As someone who writes about the best ways to clean your home, I’ve developed a preferred wooden spoon cleaning method. I use hydrogen peroxide to sanitize my wooden spoons about once a month. I attach a spray nozzle to a bottle of hydrogen peroxide and spray my wooden spoons generously. (Remember to wear gloves when working with hydrogen peroxide and never mix hydrogen peroxide with vinegar.) Finally, I allow the hydrogen peroxide to dry completely and then wash my wooden spoons as usual with soap and water before using them again.
How to Fix Dry Wooden Spoons
Soap and water “wash out the wood’s natural oils,” Christensen says. When the dry wood becomes brittle, it splits, he says. “Splits in wood are the perfect crevices for food gunk to get stuck [in],” he adds, noting you should throw out any cracked spoons.
You can add oil to dried-out wooden spoons before cracks develop, helping them last longer. “Wooden spoons don’t like becoming too dry. Just think of Goldilocks: not too dry, not too wet, and they will be happy,” Christensen says.
How to Oil Wooden Spoons
Christensen provides a step-by-step process for how to oil your wooden spoons:
- First, dry your wooden spoon completely. “Before you start to oil, you need to make sure the wood is cleaned and bone dry … wet wood won’t absorb oil,” Christensen explains.
- Next, oil or wax your wooden spoon. Massage an oil or wax into your dry wooden spoon. John Boos All Natural Beeswax Moisture Cream is an excellent choice. “The application of this isn’t too specific,” Christensen says. “Just be generous and make sure everywhere gets some coverage.”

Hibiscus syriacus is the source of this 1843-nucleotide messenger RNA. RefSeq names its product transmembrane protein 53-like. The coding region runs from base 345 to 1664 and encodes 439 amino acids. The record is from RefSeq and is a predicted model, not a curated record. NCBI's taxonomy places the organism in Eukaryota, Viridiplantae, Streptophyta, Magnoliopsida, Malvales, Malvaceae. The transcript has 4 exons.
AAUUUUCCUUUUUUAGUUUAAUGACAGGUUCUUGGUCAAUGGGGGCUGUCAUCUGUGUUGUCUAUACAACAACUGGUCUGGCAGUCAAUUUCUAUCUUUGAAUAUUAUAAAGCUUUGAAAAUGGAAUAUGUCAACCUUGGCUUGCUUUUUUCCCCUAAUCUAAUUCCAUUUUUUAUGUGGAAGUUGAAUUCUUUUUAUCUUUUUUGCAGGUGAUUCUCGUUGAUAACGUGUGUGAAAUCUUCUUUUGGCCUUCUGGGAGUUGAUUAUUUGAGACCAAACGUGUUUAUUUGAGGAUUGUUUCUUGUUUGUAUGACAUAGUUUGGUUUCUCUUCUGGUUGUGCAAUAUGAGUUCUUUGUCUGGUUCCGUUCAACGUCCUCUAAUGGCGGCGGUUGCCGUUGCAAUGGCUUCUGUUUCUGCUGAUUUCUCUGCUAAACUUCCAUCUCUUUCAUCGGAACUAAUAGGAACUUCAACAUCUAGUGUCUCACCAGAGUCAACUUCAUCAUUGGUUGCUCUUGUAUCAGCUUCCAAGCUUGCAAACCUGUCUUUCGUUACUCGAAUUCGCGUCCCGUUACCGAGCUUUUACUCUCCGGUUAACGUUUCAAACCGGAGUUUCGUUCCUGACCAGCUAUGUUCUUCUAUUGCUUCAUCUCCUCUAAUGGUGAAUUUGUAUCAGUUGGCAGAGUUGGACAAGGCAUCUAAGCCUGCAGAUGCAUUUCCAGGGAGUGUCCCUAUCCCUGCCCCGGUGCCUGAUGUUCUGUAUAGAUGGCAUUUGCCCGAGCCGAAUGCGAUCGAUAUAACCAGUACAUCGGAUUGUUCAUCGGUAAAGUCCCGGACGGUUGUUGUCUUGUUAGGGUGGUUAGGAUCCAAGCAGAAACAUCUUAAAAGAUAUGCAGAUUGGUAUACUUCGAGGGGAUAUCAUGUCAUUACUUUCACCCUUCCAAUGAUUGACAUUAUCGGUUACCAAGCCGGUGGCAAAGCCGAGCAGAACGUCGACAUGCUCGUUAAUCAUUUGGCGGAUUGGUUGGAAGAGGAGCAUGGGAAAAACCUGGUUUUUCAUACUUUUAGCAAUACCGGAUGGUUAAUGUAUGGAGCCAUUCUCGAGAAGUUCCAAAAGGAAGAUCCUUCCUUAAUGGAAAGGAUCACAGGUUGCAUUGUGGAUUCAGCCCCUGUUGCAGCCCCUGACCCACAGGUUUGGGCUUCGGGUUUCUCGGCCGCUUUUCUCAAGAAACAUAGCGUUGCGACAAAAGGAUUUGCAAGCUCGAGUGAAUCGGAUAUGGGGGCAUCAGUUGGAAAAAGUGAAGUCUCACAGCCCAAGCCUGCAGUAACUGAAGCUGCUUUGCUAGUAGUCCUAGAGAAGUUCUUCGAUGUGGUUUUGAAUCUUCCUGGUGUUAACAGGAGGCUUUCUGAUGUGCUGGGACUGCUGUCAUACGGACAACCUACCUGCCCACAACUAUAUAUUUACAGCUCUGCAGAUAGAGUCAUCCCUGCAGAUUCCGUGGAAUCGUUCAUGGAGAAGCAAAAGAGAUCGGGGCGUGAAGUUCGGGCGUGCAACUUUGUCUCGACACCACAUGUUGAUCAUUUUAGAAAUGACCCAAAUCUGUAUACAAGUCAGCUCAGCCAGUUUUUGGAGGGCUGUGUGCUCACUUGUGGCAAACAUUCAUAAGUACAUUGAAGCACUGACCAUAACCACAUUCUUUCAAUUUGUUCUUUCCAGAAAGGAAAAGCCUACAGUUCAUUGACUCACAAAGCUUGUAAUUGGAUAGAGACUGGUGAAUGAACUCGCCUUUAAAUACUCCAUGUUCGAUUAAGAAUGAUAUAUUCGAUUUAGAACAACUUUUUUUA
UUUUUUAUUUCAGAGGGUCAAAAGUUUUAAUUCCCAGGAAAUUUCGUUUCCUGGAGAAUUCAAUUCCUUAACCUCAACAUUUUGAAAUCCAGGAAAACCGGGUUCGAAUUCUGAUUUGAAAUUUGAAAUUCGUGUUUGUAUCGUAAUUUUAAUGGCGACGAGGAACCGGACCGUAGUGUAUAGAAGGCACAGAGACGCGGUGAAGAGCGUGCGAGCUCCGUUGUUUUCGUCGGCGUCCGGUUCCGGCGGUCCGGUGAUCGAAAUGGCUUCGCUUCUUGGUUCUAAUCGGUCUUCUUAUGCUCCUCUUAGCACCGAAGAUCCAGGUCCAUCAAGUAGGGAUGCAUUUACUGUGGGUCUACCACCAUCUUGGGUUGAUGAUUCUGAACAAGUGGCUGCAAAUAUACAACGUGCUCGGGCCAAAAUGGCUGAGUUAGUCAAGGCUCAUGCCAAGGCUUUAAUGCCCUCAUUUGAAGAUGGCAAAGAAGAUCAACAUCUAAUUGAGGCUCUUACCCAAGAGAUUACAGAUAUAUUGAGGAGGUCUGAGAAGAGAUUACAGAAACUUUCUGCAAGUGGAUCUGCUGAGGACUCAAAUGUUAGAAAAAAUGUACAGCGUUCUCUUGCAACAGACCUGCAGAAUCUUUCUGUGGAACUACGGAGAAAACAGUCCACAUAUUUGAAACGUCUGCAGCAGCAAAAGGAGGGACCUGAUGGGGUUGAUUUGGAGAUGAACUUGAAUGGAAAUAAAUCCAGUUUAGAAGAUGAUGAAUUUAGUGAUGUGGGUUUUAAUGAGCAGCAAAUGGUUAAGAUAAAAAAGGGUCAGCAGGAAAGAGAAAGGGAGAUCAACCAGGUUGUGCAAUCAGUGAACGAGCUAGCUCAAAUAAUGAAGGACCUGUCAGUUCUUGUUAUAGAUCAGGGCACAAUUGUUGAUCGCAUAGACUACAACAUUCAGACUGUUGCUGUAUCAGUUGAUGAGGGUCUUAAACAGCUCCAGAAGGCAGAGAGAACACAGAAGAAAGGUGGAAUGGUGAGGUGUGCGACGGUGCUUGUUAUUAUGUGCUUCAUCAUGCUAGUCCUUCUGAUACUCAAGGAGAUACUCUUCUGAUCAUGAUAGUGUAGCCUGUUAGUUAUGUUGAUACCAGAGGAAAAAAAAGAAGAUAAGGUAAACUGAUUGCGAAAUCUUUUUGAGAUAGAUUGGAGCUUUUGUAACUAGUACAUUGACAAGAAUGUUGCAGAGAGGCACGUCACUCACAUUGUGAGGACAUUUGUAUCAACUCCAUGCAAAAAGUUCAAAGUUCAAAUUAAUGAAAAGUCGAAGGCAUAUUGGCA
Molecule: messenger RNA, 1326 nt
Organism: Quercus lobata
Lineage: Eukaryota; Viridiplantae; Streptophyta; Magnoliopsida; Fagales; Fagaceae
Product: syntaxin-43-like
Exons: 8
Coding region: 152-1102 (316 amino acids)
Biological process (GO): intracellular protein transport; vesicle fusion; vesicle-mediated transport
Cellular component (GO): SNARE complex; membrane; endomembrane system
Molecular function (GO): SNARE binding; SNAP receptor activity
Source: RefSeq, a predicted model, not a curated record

- Finally, allow the spoon to dry. Let the oiled wooden spoon dry for 12 hours, giving the oil time to seep into the grain. After 12 hours, if there is still some oil or residue, wipe off the excess with a soft cloth or leave the wooden spoon to continue drying in a well-ventilated spot.
Shields agrees that oiling wooden spoons regularly (about once a month, for example) is a great way to prolong their life. “By doing this routine periodically, you’re essentially providing your wooden utensils with a shield against drying and cracking,” she says.
When to Replace Wooden Spoons
When the wood begins to develop cracks or nicks, these compromised areas are nearly impossible to clean thoroughly and they become the perfect spot for bacteria to hide.
“Be reconciled to the fact that wooden spoons have a shelf life — tiny cracks in the wood can allow bacteria in over time,” says Sean McGrath of Cleaning Technique. Replace your wooden spoons every five years or when you notice signs of irreversible damage, such as cracks, or if the spoons take too long to dry after washing.
Wooden Spoon Dos and Don’ts
When in doubt, keep these tips in mind to prolong the life of your wooden spoons.
Wooden Spoon Don’ts
- Do not submerge in water.
- Do not soak in water.
- Do not clean by boiling.
- Do not wash in the dishwasher.
- Do not allow the wood to dry out.
Wooden Spoon Dos
- Do rinse immediately after use.
- Do keep out of direct sunlight to prevent drying and potential cracks.
- Do minimize using the spoon with acidic foods, which can damage the spoon’s finish.
- Do avoid metal scrubbers or other abrasive tools.
- Do store separately from metal utensils and tools to help prevent nicks and scratches.
- Do oil wooden spoons monthly to prevent cracking.